Batting legend Ricky Ponting feels that Queensland's Joe Burns can replace Aaron Finch if the opener misses the third Test against India in Melbourne, with Peter Handscomb too walking a thin rope as per him.
Finch was sent for x-rays on a damaged right index finger on Sunday, December 17 after being forced to retire hurt following a painful blow on the glove while facing Mohammad Shami.
The injury actually aggravated the pain that Finch was carrying since being hit badly twice by Mitchell Starc during practice sessions this summer.
"I saw Finch a couple of days ago and he had a big, black bandage around his finger then with some extra padding, so it was already a bit tender anyway," Ponting told cricket.com.au, "But some of the camera angles we saw today it looked like it was badly bruised on the bottom side, maybe spilt, and the bone might have been coming out. We just hope it's not that bad."
"Joe Burns is the obvious one to come in and open. He's the opener around the country who's scoring the most runs at the moment. I'm sure there'll be a few names thrown around there," the former skipper suggested Burns be rewarded for his 472 runs at 47.2 in the JLT Sheffield Shield this season.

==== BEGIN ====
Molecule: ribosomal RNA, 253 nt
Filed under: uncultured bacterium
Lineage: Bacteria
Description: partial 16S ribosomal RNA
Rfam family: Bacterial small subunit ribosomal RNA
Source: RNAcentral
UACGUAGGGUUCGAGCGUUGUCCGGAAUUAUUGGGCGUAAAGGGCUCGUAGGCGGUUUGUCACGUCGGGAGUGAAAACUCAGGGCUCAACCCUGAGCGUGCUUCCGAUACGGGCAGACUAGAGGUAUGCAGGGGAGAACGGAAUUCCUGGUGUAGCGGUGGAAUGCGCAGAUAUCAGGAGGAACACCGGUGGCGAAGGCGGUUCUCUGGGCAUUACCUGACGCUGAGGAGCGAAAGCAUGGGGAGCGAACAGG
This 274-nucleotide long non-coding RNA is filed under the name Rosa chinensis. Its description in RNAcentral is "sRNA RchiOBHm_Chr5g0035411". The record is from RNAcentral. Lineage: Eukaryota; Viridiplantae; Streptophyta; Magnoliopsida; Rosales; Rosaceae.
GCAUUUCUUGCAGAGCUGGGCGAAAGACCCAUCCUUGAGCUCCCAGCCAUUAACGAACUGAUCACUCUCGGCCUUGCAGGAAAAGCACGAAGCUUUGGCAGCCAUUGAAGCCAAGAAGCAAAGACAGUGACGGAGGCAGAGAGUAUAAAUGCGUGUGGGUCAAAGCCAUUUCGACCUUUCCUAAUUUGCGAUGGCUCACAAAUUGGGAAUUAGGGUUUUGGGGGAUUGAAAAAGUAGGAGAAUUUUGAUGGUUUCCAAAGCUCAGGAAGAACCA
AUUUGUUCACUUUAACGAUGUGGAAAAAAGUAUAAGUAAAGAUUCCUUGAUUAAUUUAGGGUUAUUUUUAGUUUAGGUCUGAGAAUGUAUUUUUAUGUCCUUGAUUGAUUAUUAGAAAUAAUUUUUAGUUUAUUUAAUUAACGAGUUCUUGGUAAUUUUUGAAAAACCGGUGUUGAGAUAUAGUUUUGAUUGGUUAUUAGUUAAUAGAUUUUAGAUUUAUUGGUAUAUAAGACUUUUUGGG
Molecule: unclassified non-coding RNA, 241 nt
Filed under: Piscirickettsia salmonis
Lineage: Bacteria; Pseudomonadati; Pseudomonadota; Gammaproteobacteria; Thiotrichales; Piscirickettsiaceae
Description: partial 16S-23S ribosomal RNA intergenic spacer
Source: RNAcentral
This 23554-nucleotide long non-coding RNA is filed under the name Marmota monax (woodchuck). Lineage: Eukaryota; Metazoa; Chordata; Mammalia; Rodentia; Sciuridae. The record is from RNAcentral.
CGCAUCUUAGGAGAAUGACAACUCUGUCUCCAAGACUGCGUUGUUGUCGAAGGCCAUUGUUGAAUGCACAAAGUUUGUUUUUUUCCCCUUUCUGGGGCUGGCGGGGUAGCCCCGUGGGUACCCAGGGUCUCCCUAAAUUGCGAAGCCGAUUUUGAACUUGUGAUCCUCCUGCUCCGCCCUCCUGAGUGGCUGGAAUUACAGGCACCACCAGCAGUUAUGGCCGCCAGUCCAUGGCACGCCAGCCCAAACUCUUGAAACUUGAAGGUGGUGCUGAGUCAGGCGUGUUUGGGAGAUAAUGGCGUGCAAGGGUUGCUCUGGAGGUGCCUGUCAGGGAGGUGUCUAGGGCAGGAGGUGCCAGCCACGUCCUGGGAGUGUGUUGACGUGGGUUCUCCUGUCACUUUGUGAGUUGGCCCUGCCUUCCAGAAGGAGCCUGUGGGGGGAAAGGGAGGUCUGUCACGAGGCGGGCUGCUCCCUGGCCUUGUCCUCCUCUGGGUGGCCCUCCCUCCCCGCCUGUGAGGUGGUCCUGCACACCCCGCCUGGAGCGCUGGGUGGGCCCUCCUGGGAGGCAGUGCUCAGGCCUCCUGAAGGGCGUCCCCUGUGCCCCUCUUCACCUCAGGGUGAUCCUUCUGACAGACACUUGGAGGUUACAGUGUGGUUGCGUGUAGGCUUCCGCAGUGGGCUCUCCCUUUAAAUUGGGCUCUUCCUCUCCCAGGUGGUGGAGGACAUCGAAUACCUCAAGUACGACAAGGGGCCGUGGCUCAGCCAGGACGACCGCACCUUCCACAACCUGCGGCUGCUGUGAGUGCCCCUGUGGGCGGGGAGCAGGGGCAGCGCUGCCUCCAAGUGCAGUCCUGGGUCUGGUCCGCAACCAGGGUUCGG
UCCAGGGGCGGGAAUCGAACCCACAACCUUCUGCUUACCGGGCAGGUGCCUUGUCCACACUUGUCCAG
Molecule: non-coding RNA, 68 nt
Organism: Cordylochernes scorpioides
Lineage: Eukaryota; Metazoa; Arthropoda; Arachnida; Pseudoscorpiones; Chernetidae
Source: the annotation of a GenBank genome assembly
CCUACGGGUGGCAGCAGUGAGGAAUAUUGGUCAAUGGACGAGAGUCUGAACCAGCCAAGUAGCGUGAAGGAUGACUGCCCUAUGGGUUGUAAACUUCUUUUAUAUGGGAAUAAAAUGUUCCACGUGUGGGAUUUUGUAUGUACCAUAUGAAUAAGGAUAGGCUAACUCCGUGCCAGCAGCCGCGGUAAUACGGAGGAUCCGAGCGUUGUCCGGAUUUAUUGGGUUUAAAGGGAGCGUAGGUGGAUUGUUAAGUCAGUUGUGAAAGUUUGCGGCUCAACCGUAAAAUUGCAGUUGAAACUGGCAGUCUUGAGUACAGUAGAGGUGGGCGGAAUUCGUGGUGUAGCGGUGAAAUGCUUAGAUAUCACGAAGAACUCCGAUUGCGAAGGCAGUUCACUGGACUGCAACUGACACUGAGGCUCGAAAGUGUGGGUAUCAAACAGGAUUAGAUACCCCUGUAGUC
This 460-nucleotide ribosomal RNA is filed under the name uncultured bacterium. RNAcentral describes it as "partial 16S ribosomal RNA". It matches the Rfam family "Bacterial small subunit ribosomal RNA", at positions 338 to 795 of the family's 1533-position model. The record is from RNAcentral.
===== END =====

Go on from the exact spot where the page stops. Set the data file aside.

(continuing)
Ponting also spoke about Handscomb, who, with his innocuous technique extremely vulnerable to the full-length balls, has now had four failures - 34, 14, 7 and 13 - across his every innings in the series.
"There's no doubt he's struggling. I wouldn't be surprised if there's talk about his spot is up for grabs for the next Test either. It seems like he's making the same mistakes he made before he was dropped last time. Let's hope he's not left out. You want to see selectors show faith in some of these guys," the 43-year-old, who retired from the game in 2012, added.
Ponting was also asked whether Peter Handscomb's technique is at all suited for the realms of Test match cricket and he truthfully said, "Not like it is at the moment, no. I think we're seeing very similar dismissals more often than not."
"What we've got coming up, we've got venues in Melbourne and Sydney where the ball probably won't move around as much so that will make a technique like his a little bit better but there's an Ashes series around the corner where the ball is going to swing a lot.
"I think with a technique like that you're always going to struggle when the ball is moving," he signed off.